The PFVMH research director, Illya Chaykovsky, PhD in medicine, conducted cardioscreening of hundreds of servicemen in 2015 in Bakhmut and in 2016 – to the accompaniment of the enemy’s artillery – Stanytsya Luhanska. In this exercise he used the fourth-generation cardiograph he had developed. Illya took his academic degrees both in Ukraine and in Germany, and has joint projects with universities of Oxford and Cambridge. “I could have stayed in Germany at a well-paid university job,” he confessed in the interview for Focus. He did no do so for two reasons. First, he did not want to lose connection with his native lingual and cultural environment. And second, he did not want to waist years on building a team required for serious projects: “Working with people at the Cybernetics Institute in Kyiv is a privilege for me. I would have never gathered such a team abroad.”
The conditions these first-class specialists had to be living and working in while in the East were very far from ideal even to our modest Ukrainian standards. Below are a few examples from the interviews:
Vladyslav Horobovets: “When we arrived, Debaltseve was still under the blockade. But the day after the road was deblocked, and there started coming trucks with the wounded. And I will never forget: a track pulls in, its sides are lowered, and the wounded are poured out like beans. Most of them are shell-shocked, they move somehow strange, everything is in soot and blood. It was very scary.”
Lyudmyla Hlynyana: “In the Artemivsk Central District Hospital we operated on four tables simultaneously. However, whereas the male surgeons did the same thing whole their lives, I could both assist and serve as a surgical nurse. And then, when I was exhausted, they sent me off to have a rest. I remember coming into the pre-op and there are soldiers waiting, sitting in wheelchairs and lying on gurneys, their uniforms covered with frozen blood. Well, I got down to helping orderlies: cut the uniforms, washed the wounded. I could not just turn my back on them and go to have a coffee or take a nap. And this was the mode we worked for more than a day.”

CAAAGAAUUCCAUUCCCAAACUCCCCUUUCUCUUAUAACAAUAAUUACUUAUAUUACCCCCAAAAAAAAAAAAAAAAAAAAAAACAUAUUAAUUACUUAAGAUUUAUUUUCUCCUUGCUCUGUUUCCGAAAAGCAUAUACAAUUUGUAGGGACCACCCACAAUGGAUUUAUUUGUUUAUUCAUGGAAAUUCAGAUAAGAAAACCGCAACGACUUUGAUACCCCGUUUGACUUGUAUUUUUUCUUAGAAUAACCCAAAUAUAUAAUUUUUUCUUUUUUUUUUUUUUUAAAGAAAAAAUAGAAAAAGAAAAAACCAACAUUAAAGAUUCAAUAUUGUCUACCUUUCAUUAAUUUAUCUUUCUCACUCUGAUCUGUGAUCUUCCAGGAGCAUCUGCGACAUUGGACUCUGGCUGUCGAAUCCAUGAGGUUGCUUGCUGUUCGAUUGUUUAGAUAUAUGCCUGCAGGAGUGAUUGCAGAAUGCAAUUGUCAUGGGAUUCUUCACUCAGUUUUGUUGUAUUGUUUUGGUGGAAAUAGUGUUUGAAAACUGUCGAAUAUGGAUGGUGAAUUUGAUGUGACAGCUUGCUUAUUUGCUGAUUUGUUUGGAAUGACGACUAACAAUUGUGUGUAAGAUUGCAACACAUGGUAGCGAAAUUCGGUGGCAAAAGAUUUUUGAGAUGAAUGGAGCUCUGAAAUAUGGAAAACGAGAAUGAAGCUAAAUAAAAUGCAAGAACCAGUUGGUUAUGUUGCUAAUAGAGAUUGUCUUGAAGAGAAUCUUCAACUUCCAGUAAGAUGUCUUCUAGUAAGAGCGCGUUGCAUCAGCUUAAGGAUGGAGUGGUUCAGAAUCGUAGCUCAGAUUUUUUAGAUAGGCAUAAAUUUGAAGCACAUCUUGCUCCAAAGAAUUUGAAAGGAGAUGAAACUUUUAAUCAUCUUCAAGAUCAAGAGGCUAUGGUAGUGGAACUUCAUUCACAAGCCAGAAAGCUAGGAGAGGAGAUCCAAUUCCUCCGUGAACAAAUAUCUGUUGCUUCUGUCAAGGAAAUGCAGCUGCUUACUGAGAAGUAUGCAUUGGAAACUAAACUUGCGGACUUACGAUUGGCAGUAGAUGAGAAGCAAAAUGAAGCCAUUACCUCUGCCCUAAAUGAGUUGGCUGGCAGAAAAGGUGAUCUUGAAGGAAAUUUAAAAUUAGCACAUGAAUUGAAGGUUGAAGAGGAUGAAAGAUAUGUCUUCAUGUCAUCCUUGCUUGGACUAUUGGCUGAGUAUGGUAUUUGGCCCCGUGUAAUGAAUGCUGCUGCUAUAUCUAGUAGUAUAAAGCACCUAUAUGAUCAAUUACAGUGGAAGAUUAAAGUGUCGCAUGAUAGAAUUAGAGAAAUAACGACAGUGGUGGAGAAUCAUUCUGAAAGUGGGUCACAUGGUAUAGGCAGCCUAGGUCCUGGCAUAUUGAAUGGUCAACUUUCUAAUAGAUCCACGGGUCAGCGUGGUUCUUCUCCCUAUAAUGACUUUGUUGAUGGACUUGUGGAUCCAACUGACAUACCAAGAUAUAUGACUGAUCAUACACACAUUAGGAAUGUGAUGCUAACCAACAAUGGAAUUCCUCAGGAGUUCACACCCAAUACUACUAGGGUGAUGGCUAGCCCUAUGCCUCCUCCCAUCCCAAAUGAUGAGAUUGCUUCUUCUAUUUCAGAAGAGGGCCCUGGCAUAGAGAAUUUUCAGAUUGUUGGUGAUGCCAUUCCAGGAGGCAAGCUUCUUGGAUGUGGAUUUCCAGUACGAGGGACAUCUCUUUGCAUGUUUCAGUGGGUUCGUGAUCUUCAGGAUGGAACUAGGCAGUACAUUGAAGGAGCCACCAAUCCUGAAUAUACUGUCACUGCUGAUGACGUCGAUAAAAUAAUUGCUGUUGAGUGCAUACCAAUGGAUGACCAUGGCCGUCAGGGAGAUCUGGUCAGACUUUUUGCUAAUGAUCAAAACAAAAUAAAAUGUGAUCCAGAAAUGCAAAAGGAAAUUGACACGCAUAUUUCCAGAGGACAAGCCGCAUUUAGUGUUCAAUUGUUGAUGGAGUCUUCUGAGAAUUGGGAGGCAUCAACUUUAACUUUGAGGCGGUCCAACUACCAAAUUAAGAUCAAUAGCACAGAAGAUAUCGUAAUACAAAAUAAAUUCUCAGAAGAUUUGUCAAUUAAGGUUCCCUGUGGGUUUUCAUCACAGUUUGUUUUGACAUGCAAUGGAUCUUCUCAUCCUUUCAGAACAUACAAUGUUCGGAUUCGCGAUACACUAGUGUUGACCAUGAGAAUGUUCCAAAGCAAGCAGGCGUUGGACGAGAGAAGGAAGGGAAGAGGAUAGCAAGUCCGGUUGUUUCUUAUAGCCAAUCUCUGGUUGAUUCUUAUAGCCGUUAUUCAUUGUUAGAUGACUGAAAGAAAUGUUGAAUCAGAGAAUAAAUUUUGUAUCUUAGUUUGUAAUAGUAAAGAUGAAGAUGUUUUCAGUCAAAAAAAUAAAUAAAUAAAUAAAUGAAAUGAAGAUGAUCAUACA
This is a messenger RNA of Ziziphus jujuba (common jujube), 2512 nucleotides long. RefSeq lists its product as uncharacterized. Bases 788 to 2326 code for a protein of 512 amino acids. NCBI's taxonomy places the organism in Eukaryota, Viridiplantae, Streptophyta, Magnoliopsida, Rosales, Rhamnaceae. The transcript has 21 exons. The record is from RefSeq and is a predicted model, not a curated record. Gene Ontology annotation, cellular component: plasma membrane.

Oleh Lazarenko: “We were accommodated right in the hospital. Our washed things we hung to dry in the hospital yard. And from time to time, they were just pilfered. Let’s say, you’ve hung your underpants and socks, and now you see they are gone. Not that it was very annoying, but strange, to put it mildly.”
So what urges these people, even temporarily, to leave their snug homes, their patients, and their research and set off for the East? Probably, each of them has his or her own motivation. For example, asked about his impression of the mission, Oleh Lazarenko answered that “the main thing was that we were needed.” Whatever, a patriotic feeling was certainly present, whether consciously or unconsciously. Illya Chaykovsky gave his own notion of patriotism: “I think it is the reverse side of human dignity. The one who behaves with dignity cannot help being a patriot – he’s a patriot out of his internal want. You must play for this team, once you were born here. You can run away, looking for better places. It’s of course pragmatic but has not much to do with dignity.”
These are just four of 219 volunteer medics who have participated in the PFVMH over the entire period of its activities since its establishment in late 2014. It is clear that each of them will be hardly ever interviewed. These people live now, next to us. They are real heroes, not fictional, but we do not recognize them in a street or on a train because it is the way of the world. Maybe, someday these heroes will become characters of Volodymyr Rafeyenko’s new novel, at least he does not rule out such a possibility, although says he has not yet though of it. Asked what common did he find about them besides the fact that all of them were doctors, he said, “Good, real people – it’s so obvious. People who have heart and soul. And also wits, because it’s clear that it is not only your soul that makes a choice, your wits take part too. These interviews were interesting and important for me as a person.”
Read about the doctors on the Focus site:
as well as on PFVMH cofounder and leader Gennadiy Druzenko: